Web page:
Here is Rasch's version of the familiar Rasch model: (Rasch, 1980, p. 168):
Here is Zermelo's (1929) model:
Both are multiplicative forms of the Rasch model. What is the difference? Rasch is contrasting persons with items. Zermelo is modeling paired comparisons. ur and us are the strengths of two chess players. Zermelo notes that this model converts the strengths of the chess-players into probabilities, urs. These strengths are estimated from their tournaments scores. A draw is accommodated by adding 0.5 to the player's raw score. Zermelo omits to mention how he would use his model to predict draws. In current practice, the prediction of draws is facilitated by using a rating-scale model (RMT 11:3, p. 584). Zermelo, however, perceives that his model is robust against unplayed games (missing data) and able to accommodate linked tournaments! (Probably the first time these attributes of a Rasch model are noticed.)
Why has Zermelo's model been ignored? His estimation technique is arduous, but worse, his explanation of the inferential meaning of the parameters is deficient. He fails to emphasize that ur /us are the odds of success of player r relative to player s. Further, his paper lacks the fundamental insight that loge(ur) linearizes "Player strength", permitting the production of a useful picture. The Figure shows such a picture, plotted from Zermelo's own example analysis, which, we can see, lacks the drama which was present at the Tournament (Soltis, 1975). Zermelo's results are the same as those obtained using Facets with a dichotomous model and half-weighting of draws. A modern analyst, however, is more likely to use a rating scale model, so that draws can be predicted explicitly. For comparison, the player measures for a paired rating-scale model are shown in the Figure and are seen to differ little from Zermelo's estimates.
When Bradley and Terry (1952) independently formulated Zermelo's model, they observed that: "If the estimates are converted to logarithms, the values loge [ur] occur on a linear scale and permit overall comparisons of the experimental treatments [or chess players]. Any considerations of differences among treatments [or players] should be based on the values of the log [ur]'s." (p. 326)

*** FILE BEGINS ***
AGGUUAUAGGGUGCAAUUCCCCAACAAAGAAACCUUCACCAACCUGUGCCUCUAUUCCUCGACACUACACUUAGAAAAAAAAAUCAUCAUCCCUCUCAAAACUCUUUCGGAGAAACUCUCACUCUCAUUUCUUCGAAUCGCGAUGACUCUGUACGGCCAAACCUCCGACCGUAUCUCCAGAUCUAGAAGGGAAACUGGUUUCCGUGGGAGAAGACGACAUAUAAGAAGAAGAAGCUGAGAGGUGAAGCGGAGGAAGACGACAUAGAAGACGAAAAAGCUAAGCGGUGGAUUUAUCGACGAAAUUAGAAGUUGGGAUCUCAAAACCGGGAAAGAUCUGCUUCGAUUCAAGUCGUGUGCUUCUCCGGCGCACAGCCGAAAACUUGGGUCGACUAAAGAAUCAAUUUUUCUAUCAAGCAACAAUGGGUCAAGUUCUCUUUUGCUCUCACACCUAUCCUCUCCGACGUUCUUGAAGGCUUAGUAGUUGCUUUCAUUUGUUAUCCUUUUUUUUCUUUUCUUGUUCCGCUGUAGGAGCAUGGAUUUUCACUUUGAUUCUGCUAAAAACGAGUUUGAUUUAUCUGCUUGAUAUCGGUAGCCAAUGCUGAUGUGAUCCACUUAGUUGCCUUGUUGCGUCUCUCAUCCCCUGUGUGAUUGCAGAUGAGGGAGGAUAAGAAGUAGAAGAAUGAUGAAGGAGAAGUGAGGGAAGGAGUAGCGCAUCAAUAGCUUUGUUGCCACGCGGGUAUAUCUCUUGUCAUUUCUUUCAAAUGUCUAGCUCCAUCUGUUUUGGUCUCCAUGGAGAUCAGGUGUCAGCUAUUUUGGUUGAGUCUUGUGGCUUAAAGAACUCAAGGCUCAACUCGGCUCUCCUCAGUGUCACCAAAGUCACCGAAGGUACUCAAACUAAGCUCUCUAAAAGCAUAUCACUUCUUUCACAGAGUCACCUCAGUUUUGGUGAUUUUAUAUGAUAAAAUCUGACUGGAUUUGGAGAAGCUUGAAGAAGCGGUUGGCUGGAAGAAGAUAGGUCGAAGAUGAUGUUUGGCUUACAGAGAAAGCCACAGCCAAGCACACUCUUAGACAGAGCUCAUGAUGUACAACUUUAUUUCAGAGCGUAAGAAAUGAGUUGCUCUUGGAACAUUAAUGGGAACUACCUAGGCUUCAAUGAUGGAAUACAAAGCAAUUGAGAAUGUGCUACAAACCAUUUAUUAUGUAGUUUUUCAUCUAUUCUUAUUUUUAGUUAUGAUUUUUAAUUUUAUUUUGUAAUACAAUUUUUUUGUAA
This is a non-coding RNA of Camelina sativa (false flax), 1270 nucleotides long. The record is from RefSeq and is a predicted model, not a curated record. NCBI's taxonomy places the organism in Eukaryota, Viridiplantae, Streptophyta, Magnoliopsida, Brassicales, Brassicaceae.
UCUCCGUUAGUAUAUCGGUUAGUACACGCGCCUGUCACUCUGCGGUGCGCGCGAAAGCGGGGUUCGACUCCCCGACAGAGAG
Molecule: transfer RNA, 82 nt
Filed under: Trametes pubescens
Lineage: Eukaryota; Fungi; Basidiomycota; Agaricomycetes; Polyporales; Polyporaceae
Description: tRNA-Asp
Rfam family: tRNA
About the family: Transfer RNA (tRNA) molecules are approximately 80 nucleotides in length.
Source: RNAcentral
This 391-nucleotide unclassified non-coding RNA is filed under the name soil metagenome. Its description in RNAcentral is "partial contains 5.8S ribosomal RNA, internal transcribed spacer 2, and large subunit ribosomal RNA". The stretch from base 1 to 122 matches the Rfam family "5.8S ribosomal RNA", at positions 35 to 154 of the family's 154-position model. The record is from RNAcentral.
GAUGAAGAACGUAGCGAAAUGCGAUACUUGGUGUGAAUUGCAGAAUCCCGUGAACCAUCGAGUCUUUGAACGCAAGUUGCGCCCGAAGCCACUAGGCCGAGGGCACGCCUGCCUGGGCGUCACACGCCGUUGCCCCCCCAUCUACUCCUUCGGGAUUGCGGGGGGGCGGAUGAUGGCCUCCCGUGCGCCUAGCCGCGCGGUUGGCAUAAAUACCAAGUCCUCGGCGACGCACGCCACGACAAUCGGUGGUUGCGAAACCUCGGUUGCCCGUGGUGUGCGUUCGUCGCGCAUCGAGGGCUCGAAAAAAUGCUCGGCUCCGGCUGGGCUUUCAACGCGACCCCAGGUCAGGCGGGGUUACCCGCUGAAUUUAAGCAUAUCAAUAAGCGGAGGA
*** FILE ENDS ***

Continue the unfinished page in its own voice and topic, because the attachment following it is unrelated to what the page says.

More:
Bradley, R.A., and Terry, M.E. Rank analysis of incomplete block designs. I. The method of paired comparisons, Biometrika. 1952, 39, 324-45.
Soltis, A. (1975) The Great Chess Tournaments and Their Stories. Radnor, Pa.: Chilton.
Zermelo, E. (1929) The calculation of tournament results as a maximum-likelihood problem [German]. Mathematische Zeitschrift, 29, 436-460.
Was the Rasch model Almost the Zermelo model? Zermelo, E. Rasch Measurement Transactions, 2000, 14:2 p. 754.
|Rasch Measurement Transactions (free, online)||Rasch Measurement research papers (free, online)||Probabilistic Models for Some Intelligence and Attainment Tests, Georg Rasch||Applying the Rasch Model 3rd. Ed., Bond & Fox||Best Test Design, Wright & Stone|
|Rating Scale Analysis, Wright & Masters||Introduction to Rasch Measurement, E. Smith & R. Smith||Introduction to Many-Facet Rasch Measurement, Thomas Eckes||Invariant Measurement: Using Rasch Models in the Social, Behavioral, and Health Sciences, George Engelhard, Jr.||Statistical Analyses for Language Testers, Rita Green|
|Rasch Models: Foundations, Recent Developments, and Applications, Fischer & Molenaar||Journal of Applied Measurement||Rasch models for measurement, David Andrich||Constructing Measures, Mark Wilson||Rasch Analysis in the Human Sciences, Boone, Stave, Yale|
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